Closing Factories in Wisconsin Put Paul Ryan’s Trade Agenda in Spotlight

Closing GM Plant Janisville, MI AP
Washington D.C.

Ahead of Tuesday’s Wisconsin primary election, the closure of both the General Motors plant in Janesville, Wisconsin — Speaker Paul Ryan’s hometown — as well as the recent closure of the Oscar Meyer plant in Madison, Wisconsin has put a spotlight on Paul Ryan’s long-standing support for trade globalism.

According to Politico’s Mike Allen, “Top Republicans are becoming increasingly vocal about their long-held belief that Speaker Paul Ryan will wind up as the nominee,” should the #NeverTrump club keep Donald Trump from receiving 1,237 delegates outright.

As Pat Caddell has explained, the GOP establishment is “using [Sen. Ted] Cruz as a cat’s-paw” as part of its effort “to stop Trump … They will then move to nominate, to try to nominate an establishment figure, someone who hasn’t run,” Caddell warns.

Mike Allen notes that “one of the nation’s best-wired Republicans, with an enviable prediction record for this cycle” tells him that there is “a 90 percent chance that delegates turn to Ryan” should Trump be blocked from getting 1,237 delegates.

Paul Ryan has been one of Congress’s biggest proponents of globalist trade pacts that send American jobs overseas. Even though Republican voters by a nearly five-to-one margin believe so-called “free trade” deals lower American wages rather than raise them, Ryan was President Obama’s “partner” in pushing to fast track the Trans-Pacific Partnership (TPP). In a 2015 op-ed co-authored with Sen. Cruz, Paul Ryan described the TPP as an “historic” trade agreement that would “mean greater access to a billion customers for American manufacturers, farmers and ranchers.”

According to the Economic Policy Institute, “Growth in the U.S. goods trade deficit with China between 2001 and 2013 eliminated or displaced 3.2 million U.S. jobs.”

The General Motors plant of Janesville, Wisconsin officially closed in the fall of last year after years of remaining idle. As Elliot Hughes at the Janesville GazetteXtra reported in March, “GM operated a plant in the city from 1919 to 2008, employing as many 7,000 people at its peak. From 2008 to 2015, it sat empty and unused on ‘standby’ status. The company announced last fall that it will officially close. Efforts to sell the 250-acre property began this winter.”

Three days before the 2012 Presidential election, Business Insider ran a story featuring photos of the deserted plant in a piece entitled, “Heartbreaking Photos Of The Shuttered GM Plant In Paul Ryan’s Wisconsin Hometown.” Interestingly, Paul Ryan and Mitt Romney not only lost the state of Wisconsin in the 2012 election, but they lost Paul Ryan’s hometown of Janesville by 25 points.

In November of 2015, Oscar Meyer announced that it was shutting down its headquarters in Madison, “wiping out hundreds of jobs at a company that has been a part of the community’s fabric since 1919,” wrote the Associated Press:

The company [Kraft Heinz Food Co.] plans to shed a total of 2,600 jobs. About 300 corporate workers in Madison will be offered jobs at the company’s co-headquarters in Chicago; the remaining 700 or so production workers here will lose their positions in three waves of layoffs over the next two years.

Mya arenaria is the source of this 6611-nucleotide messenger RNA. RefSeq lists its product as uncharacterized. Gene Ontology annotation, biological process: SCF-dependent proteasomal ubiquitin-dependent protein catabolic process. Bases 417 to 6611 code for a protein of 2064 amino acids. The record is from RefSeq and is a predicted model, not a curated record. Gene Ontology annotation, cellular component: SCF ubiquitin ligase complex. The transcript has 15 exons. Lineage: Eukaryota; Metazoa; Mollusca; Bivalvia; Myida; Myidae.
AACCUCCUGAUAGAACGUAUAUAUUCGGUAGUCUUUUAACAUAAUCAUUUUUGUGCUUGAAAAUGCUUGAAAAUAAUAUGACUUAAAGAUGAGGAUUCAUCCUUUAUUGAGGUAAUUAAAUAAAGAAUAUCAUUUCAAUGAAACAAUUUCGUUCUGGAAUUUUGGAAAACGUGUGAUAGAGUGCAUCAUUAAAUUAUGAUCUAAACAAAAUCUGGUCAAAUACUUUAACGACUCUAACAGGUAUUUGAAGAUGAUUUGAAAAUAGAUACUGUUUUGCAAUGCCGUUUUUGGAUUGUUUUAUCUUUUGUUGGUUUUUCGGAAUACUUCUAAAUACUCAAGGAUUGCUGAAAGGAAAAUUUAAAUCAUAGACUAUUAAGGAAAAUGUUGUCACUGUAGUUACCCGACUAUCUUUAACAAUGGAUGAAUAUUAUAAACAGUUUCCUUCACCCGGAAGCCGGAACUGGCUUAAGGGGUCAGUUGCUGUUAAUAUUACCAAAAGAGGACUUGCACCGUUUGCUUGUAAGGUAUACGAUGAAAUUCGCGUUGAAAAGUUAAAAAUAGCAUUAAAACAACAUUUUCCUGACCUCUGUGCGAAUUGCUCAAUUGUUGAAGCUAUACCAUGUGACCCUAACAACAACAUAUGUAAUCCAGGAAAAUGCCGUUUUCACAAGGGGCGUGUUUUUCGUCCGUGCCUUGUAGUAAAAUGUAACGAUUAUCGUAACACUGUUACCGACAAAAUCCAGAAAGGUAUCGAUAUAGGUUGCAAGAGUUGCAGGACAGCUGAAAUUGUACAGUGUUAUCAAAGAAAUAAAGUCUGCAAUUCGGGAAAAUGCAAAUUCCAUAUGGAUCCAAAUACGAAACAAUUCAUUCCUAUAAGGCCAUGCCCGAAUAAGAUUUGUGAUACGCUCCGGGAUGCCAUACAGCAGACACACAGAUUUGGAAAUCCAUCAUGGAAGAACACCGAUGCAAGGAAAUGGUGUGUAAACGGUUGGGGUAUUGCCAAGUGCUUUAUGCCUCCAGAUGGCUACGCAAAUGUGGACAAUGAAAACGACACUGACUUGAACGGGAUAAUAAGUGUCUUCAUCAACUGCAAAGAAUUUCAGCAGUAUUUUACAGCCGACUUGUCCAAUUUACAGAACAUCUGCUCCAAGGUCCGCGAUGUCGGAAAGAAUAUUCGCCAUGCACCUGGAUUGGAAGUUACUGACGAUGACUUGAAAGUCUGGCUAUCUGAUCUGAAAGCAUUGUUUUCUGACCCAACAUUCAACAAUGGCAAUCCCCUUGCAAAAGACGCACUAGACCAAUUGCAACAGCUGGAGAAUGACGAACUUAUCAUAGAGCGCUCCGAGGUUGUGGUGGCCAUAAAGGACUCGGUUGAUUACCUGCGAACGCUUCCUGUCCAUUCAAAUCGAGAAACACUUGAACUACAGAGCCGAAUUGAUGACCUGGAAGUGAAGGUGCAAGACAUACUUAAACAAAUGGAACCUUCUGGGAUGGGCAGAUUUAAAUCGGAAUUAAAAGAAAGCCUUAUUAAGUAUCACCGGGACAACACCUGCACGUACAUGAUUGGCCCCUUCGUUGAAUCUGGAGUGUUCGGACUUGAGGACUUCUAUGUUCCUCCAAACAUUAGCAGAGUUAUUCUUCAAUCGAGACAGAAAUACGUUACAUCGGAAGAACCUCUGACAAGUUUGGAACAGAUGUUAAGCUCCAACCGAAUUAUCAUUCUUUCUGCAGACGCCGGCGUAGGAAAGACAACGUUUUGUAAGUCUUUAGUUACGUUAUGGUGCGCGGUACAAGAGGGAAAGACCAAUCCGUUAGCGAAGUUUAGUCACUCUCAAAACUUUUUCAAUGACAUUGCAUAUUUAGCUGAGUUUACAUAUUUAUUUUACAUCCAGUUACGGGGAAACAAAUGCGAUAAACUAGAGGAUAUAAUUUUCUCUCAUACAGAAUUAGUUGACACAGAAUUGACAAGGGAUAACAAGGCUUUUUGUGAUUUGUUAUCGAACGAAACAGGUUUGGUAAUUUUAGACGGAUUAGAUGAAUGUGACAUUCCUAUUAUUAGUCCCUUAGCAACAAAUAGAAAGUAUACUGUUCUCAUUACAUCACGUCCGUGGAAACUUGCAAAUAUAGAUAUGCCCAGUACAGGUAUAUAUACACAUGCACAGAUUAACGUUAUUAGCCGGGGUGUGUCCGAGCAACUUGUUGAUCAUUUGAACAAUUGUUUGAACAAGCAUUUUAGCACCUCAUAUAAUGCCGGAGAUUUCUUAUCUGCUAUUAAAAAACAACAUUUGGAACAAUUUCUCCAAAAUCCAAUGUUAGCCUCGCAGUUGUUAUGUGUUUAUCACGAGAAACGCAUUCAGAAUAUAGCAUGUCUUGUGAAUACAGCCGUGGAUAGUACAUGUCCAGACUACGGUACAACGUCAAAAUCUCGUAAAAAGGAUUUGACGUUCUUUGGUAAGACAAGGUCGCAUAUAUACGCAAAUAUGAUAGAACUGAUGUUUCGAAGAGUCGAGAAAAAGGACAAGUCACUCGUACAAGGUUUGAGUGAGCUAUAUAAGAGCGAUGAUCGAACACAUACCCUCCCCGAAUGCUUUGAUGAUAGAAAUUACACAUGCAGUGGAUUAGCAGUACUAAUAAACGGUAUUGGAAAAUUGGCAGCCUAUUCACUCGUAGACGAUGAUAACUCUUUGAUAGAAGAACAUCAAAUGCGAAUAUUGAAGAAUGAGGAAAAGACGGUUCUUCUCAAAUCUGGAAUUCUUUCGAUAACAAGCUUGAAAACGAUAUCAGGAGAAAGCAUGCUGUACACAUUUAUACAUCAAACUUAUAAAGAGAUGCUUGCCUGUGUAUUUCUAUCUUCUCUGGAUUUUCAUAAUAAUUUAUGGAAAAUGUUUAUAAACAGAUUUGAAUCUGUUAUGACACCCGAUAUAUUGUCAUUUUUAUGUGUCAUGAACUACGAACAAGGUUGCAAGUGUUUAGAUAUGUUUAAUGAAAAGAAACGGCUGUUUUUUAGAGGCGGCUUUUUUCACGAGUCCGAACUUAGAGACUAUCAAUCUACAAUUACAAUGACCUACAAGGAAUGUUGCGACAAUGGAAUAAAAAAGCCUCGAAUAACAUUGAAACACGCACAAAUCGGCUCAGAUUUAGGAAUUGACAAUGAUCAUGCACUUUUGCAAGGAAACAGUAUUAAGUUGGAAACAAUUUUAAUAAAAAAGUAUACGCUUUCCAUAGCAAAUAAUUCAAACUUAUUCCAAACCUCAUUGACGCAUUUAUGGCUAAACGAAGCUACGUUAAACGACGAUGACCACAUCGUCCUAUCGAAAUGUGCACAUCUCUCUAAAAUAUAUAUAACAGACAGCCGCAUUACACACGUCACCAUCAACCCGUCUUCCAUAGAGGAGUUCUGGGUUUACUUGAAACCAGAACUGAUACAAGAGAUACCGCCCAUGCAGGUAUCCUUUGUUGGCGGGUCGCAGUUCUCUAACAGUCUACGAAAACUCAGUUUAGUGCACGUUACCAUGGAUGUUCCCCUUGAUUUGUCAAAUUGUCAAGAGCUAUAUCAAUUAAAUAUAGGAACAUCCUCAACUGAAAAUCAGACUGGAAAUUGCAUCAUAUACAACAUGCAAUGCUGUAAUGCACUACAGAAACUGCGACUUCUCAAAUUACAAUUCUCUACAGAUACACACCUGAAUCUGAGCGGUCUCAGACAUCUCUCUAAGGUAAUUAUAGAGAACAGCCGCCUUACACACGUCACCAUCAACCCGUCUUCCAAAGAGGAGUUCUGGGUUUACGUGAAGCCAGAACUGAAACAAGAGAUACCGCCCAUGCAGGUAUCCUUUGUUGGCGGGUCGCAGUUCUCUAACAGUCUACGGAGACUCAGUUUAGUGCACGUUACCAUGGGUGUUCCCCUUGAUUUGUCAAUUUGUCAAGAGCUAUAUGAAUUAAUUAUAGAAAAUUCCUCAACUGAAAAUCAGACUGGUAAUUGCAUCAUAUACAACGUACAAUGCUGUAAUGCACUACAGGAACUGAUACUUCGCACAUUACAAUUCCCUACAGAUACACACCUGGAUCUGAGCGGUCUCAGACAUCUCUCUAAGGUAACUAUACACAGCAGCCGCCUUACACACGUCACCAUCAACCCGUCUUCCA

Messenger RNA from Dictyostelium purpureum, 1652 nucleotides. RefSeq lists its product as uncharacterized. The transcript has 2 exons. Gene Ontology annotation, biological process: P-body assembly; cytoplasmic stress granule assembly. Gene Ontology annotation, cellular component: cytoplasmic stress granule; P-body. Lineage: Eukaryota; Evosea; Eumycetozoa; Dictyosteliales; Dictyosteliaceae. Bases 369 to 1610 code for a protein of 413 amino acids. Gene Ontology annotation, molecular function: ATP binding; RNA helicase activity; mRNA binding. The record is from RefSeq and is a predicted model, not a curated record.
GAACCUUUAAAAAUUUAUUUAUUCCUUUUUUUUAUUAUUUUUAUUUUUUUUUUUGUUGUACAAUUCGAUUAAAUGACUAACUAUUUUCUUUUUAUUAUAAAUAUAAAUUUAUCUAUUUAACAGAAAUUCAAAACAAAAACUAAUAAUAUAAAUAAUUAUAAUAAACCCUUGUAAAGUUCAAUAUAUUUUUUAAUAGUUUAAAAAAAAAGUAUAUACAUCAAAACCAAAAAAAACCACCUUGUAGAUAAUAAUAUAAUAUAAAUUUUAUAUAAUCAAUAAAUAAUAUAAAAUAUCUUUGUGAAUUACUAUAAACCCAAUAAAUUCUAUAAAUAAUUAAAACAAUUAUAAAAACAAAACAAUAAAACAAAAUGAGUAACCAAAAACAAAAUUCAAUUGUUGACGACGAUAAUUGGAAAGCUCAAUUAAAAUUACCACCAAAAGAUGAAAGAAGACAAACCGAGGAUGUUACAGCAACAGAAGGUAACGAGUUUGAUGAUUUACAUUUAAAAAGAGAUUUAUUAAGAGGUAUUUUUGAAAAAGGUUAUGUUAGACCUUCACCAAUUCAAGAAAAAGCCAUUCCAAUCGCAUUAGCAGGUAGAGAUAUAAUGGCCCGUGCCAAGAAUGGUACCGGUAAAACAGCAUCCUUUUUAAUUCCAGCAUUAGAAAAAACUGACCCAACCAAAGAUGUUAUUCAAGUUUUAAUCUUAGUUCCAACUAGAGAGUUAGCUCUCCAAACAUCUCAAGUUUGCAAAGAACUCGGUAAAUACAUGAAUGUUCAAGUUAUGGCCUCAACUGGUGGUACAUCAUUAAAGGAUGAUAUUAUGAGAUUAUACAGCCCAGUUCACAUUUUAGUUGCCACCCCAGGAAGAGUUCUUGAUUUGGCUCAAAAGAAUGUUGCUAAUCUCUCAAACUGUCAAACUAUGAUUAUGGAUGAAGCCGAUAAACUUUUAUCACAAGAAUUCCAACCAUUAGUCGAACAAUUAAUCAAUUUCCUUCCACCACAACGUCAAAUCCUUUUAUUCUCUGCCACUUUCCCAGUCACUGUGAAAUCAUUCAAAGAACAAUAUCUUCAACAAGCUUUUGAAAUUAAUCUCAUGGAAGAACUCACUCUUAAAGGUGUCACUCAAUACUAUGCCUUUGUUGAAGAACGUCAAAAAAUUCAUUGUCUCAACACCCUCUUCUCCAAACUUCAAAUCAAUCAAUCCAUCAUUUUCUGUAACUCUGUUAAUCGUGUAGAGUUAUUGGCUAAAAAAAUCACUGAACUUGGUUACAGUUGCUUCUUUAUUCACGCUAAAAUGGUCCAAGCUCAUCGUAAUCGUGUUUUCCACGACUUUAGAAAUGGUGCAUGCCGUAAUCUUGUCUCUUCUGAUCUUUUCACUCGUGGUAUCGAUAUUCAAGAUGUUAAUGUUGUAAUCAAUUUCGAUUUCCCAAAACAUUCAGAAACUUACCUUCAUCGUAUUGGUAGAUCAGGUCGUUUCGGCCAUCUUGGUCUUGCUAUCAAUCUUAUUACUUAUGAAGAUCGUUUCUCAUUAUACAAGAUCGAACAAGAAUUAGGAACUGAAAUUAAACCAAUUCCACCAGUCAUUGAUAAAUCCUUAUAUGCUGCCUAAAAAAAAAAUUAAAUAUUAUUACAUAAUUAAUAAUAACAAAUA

As Janesville resident, 38-year-old Joshua Nehls told AP, “It’s tragic. There were a lot of tears (when company officials announced the closure). A lot of people’s lives are here.” AP notes that Nehls “worked at the Madison facility for a decade; his current task is packing Lunchable snack packs.”

According to the report, Madison mayor Paul Soglin “tried to put a positive spin on the closure, noting the city has emerged from recession. But he said the economic impact would be ‘very significant.’ ‘These men and women have dedicated their lives to this company, and they and their families are of the utmost concern to me,’ Soglin said. ‘They are the heart and soul of the Northside.’”

As McClatchy has reported, trade has become a critical issue in the 2016 election. McClatchy writes, “Trade deals costly in key election states: In Wisconsin and across the industrial Midwest, economic angst is coupled with a sense of betrayal”:

Establishment economists, government and business officials argue that trade deals are critical in a global economy, and great for America. But critics like organized labor call them ‘death warrants.’ And in blue-collar communities in Wisconsin and across the industrial Midwest, that economic angst, coupled with a sense of betrayal, helps explain the roiling politics of 2016. Wisconsin votes Tuesday. Soon after come other industrial states, including Pennsylvania. And all could be battlegrounds this fall in the general election. A lot will look like Milwaukee, once known as “the machine shop to the world,” now grappling with a new economy. Wisconsin has lost more than more than 68,000 manufacturing jobs since the mid-1990s, when the first of several trade agreements with Mexico, China and other nations took hold. About 76,000 Wisconsin workers in various fields lost their jobs because of imports or the work they do being shipped overseas, according to the U.S. Labor Department… Wisconsin’s heavy manufacturing sector, once one of the country’s strongest, has been taking a lot of punches in recent years. General Motors, General Electric, Chrysler, Joy Global Surface Mining and Manitowoc Cranes have all cut jobs or closed operations in recent years for a variety of reasons.

Indeed, in recent days Trump has been hammering Sen. Cruz on the issue. On Friday, Trump told Breitbart News that as President, Sen. Cruz would implement Obama’s trade agenda, declaring, “He’s going to vote for it [Obamatrade] again. He’s just waiting for after the election. He will vote for it — because the people who give him campaign contributions want it. He will vote for it right after the election.”